Category Archives: Reading

Some graphic novel gems, some real stinkers: books read

I wasn’t impressed with the first volume of Grant Morrison/Liam Sharp’s Green Lantern but GREEN LANTERN: The Day the Stars Fell is considerably less satisfying. This involves Hal Jordan, some Silver Age one-shot characters (seeing Strong Woman and Hyperman was the fun part of this) and a swarm of multiversal Green Lantern counterparts battling the anti-Hal Jordan of the anti-matter universe. This leaves us with so many character swarming around it was hard to figure what was going on; Sharp’s art didn’t make it any clearer. Outside of a one-shot included with this TPB, involving a Jordan family reunion, I could have skipped this and not suffered any great loss in my life.

QUINCREDIBLE: The Hero Within by Rodney Barnes and Selina Espiritu (who did the cover) was much better, though not so much better I’ll be back for more. Protagonist Quinton West is one of many New Orleans residents who gained superpowers during a meteor shower, in his case invulnerability. Now he’s caught up in helping a voodoo priestess stop a developer who wants to raze a black cemetery to reclaim and rebuild his family’s ancestral land.

I like the cast and setting it in black New Orleans adds some interest. That said the story just didn’t engage me enough. And I really wish Barnes had explained by the developer is black when he’s written like a descendant of white slaveowners — yes, there are lots of ways that could happen (free blacks owned slaves, for instance) but I still wanted an answer.

IMMORTAL HULK: Breaker of Worlds by Al Ewing, Joe Bennett and Ruy Jose has the Hulk and General Fortean in a final showdown as the general goes increasingly rogue (“Collateral damage.”) only to find he’s no match for the Hulk’s Joe Fixit personality. This was good except for the pretentious last issue — comics written from the perspective of a completely alien mentality rarely come off as more than a stunt.

The follow-up, We Believe in Bruce Banner, has Banner and his allies taking over Fortean’s Shadow Base with an eye to using it to take down villains untouchable by the law. As Roxxon’s minotaur leader, Dario Aggo, is one of the untouchables, he sees this as a threat. Most of the collection focuses on his counter-attack, which includes the return of Xemnu the alien Hulk (a pre-Fantastic Four character renamed the Titan when he showed up in the Bronze Age, as on this Gil Kane cover). This shifts direction sharply, but it works.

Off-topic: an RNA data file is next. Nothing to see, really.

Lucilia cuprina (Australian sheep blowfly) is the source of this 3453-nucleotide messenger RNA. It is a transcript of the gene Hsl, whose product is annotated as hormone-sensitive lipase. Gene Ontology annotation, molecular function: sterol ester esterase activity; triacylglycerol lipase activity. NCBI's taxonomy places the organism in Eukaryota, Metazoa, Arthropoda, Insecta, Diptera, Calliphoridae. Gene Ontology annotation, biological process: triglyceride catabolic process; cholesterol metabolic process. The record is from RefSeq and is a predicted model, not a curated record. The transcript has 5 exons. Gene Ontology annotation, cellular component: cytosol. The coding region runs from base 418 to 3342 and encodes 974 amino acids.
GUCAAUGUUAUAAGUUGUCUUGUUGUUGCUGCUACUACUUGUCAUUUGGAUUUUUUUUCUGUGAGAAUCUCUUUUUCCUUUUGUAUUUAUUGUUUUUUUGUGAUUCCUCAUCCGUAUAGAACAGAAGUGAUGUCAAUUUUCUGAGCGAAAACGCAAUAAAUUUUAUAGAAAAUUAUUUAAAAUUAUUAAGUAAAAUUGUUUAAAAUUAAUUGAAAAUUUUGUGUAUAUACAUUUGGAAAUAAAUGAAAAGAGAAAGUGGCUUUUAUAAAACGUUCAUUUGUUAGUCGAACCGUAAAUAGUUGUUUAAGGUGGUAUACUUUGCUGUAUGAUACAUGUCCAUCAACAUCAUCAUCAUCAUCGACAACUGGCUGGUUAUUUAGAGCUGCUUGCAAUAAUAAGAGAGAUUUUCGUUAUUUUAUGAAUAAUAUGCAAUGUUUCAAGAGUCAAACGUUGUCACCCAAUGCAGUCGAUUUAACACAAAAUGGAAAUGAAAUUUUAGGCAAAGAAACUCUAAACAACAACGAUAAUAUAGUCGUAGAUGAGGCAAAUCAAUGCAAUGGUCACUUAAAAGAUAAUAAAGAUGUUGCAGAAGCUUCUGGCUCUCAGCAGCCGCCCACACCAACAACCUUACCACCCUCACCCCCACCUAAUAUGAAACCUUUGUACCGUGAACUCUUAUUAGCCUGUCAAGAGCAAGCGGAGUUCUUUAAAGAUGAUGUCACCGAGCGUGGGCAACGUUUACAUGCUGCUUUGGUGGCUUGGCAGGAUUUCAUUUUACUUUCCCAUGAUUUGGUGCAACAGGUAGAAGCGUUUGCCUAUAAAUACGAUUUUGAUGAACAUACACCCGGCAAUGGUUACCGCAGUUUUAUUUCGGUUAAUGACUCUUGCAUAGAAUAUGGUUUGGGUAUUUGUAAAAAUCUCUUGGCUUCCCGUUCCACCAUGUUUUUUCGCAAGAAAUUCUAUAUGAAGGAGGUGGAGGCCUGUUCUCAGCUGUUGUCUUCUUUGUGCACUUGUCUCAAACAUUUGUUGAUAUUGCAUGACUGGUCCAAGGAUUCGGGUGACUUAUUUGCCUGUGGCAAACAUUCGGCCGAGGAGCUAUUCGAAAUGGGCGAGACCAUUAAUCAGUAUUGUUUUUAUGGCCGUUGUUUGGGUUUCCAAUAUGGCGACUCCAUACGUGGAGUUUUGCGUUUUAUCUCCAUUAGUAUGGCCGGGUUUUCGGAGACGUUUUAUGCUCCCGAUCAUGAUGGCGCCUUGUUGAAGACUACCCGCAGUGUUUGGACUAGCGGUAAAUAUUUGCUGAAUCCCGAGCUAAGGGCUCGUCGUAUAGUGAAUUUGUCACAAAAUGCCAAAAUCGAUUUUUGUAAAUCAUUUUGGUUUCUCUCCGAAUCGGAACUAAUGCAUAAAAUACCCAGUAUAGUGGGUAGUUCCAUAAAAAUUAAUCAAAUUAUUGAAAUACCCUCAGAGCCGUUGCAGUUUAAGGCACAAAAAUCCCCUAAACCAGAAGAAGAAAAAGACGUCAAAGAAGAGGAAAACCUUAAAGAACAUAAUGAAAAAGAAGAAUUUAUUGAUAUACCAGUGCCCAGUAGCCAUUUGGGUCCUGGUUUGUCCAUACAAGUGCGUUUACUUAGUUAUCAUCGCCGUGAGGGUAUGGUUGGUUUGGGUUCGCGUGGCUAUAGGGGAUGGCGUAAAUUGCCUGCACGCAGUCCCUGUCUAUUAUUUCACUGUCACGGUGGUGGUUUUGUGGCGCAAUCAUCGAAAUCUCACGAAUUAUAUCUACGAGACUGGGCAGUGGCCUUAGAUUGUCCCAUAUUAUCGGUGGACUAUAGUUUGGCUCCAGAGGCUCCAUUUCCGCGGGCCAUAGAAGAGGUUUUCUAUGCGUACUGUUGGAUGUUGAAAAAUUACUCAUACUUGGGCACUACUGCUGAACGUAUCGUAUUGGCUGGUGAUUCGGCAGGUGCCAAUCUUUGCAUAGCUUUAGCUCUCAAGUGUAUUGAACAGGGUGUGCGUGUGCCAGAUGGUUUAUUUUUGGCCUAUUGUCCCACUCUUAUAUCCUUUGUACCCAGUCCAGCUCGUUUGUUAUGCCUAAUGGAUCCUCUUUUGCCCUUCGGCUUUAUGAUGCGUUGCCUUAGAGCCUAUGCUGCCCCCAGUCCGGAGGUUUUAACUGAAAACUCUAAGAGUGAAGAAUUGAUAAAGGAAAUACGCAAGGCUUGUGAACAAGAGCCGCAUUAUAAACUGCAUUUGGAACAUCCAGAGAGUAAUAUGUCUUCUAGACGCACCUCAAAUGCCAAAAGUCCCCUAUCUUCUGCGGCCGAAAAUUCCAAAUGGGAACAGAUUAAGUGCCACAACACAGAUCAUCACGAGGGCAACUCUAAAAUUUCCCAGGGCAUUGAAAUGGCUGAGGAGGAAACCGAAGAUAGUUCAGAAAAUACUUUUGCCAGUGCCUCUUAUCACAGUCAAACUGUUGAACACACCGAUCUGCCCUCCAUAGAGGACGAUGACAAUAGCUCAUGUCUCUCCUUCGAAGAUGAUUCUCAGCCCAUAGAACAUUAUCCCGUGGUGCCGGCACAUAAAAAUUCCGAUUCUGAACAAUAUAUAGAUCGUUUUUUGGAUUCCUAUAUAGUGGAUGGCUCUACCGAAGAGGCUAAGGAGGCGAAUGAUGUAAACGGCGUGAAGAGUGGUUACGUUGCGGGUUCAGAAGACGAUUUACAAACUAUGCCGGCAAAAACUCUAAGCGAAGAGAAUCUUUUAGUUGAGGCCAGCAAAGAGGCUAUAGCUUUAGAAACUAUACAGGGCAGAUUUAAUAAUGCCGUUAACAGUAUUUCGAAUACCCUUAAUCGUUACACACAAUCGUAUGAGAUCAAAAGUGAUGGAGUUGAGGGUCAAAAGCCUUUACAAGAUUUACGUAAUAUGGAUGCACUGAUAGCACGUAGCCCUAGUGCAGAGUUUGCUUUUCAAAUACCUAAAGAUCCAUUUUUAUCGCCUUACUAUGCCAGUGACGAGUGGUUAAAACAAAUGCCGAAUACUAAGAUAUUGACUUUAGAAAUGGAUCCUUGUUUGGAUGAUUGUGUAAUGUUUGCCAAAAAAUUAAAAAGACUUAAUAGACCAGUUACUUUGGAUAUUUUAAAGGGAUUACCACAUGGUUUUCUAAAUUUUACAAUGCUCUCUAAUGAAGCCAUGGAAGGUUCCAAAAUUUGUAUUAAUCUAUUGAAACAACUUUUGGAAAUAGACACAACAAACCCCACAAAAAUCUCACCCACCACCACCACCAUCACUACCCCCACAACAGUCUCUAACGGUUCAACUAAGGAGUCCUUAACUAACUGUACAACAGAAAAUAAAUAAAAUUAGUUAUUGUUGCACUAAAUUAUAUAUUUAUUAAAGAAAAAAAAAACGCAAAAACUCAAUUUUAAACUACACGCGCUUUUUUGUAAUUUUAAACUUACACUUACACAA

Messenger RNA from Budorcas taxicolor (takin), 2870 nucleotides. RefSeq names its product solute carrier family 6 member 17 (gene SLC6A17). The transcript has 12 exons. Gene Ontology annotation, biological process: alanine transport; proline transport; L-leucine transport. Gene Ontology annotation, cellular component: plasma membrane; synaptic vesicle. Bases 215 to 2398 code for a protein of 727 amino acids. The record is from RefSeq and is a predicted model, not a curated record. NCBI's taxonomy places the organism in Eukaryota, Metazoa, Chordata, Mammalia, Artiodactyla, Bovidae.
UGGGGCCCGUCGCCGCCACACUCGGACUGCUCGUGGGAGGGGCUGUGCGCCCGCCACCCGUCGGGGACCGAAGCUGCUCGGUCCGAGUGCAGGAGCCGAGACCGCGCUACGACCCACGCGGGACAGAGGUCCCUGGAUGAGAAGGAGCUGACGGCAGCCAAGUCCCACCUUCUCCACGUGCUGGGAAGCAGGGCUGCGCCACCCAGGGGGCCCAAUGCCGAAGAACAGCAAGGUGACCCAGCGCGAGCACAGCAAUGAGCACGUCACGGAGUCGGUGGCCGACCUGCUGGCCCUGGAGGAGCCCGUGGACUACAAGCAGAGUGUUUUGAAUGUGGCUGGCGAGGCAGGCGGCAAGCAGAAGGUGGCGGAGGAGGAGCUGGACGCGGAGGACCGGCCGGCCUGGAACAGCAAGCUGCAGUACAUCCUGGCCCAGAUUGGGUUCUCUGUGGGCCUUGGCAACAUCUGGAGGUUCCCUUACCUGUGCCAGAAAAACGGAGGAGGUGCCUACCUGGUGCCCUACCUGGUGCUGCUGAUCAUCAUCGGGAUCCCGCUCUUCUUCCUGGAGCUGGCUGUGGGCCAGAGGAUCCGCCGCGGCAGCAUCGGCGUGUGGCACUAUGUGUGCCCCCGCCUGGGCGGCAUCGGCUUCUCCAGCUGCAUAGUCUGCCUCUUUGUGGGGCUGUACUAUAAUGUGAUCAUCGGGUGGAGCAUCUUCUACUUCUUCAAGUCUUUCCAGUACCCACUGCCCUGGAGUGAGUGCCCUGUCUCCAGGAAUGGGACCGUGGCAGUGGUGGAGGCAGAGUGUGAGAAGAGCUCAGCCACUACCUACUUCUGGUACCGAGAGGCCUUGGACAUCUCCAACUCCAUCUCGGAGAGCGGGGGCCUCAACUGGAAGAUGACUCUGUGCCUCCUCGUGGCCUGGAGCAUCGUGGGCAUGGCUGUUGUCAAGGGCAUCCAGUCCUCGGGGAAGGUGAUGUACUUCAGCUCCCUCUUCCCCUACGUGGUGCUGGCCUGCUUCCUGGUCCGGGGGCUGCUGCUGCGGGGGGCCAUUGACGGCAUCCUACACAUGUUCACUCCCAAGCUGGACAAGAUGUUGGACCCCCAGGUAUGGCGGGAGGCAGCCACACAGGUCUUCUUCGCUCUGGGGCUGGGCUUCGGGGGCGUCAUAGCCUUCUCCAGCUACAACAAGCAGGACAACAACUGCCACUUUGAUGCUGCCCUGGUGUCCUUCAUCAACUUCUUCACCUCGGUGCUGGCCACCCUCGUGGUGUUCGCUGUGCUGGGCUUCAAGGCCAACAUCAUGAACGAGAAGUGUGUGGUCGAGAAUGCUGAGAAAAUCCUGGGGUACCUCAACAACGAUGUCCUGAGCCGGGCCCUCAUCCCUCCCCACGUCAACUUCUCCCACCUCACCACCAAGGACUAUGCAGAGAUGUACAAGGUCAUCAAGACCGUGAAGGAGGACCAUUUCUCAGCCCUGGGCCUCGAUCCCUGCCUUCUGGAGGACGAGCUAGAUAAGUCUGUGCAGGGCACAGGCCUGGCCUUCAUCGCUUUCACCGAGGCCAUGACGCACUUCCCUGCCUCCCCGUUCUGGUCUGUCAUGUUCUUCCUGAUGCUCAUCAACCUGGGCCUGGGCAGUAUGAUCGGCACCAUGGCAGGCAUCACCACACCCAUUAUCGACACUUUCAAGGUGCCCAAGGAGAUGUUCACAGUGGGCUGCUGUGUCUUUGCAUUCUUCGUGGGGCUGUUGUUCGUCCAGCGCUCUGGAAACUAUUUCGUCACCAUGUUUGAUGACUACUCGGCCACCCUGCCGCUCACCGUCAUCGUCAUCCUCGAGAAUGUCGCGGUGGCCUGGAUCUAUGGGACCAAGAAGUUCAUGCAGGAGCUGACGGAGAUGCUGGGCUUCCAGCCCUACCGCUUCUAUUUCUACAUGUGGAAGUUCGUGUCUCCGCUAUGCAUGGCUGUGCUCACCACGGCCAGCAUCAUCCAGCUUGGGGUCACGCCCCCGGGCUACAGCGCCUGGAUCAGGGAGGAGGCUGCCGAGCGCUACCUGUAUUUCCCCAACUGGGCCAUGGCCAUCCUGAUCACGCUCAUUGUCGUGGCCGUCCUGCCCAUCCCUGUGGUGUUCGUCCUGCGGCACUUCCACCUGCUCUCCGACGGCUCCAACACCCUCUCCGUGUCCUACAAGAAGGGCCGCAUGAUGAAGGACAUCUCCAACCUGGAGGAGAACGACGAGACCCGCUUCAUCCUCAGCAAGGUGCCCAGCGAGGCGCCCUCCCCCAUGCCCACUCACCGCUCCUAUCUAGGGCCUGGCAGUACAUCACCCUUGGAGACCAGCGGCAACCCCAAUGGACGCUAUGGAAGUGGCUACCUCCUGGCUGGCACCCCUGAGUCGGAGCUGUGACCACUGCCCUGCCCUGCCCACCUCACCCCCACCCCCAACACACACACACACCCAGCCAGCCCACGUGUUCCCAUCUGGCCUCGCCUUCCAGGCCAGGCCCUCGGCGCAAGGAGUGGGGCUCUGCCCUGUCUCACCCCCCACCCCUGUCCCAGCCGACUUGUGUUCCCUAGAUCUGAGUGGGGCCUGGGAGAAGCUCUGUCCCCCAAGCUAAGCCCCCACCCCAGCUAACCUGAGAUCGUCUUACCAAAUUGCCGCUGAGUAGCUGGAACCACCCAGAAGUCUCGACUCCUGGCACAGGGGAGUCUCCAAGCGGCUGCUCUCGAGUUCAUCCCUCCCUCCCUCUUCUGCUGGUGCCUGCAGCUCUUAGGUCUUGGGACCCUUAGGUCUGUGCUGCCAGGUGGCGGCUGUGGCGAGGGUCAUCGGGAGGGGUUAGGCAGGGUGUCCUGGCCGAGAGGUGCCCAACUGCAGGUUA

THE AVANT-GUARDS vol 1 by Carly Usdin and Noah Hayes has protagonist Charlene attending a school for the performing arts only to discover it has a basketball team. She’s sworn off the sport but they need one more player to field a team and team leader Liv is both cute and persuasive … a bit too decompressed (this could have filled about two issues) but still charming.

I also read the first volume of Punk Mambo but I covered that one over at Atomic Junkshop. If you don’t want to get out the boat suffice to say it’s competent but underwhelming. Covr by Adam Gorham#SFWApro. All rights to images remain with current holders.

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Ending my staycation with a pulp covers post

The art is uncredited but does it not look like Inigo Montoya?A couple of Earle Bergy covers, not quite as evening-gown as some of his alien women look. I reviewed The Dark World here.And an old cover by Frank R. Paul.

#SFWApro. All rights to images remain with current holders.

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Another crunch-time cover poster

Work is going well but i have almost no wriggle room. So here’s a cover by Lawrence Stern Stevens.#SFWApro. All rights to image remain with current holder.

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For today’s post, a Richard Powers cover

Work on the book is going well but I can’t let up yet.Of course, “Who Goes There?” is covered in Alien Visitors as the source for The Thing From Another World and John Carpenter’s The Thing so it’s appropriate.

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In lieue of a post, here are some book covers

All stuff I’ve posted before, but like I said Friday, I’m a little rushed finishing Alien Visitors. I suspect I’ll have a political post Monday because I feel the need to vent.

Can’t say I’m a fan of the book, but I do love the Powers cover.Here’s Gallardo’s cover for a book I’m not familiar with.Next, one by Earle BergeyAnd one by Lawrence Sterne StevensAnd a once famous Frank Frazetta Conan cover.#SFWApro. All rights to images remain with current holders.

 

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History shelfies

A couple of images of our history books, first European/Asian history — Then British.#SFWApro.

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Juvenile Delinquents and John Le Carré: books read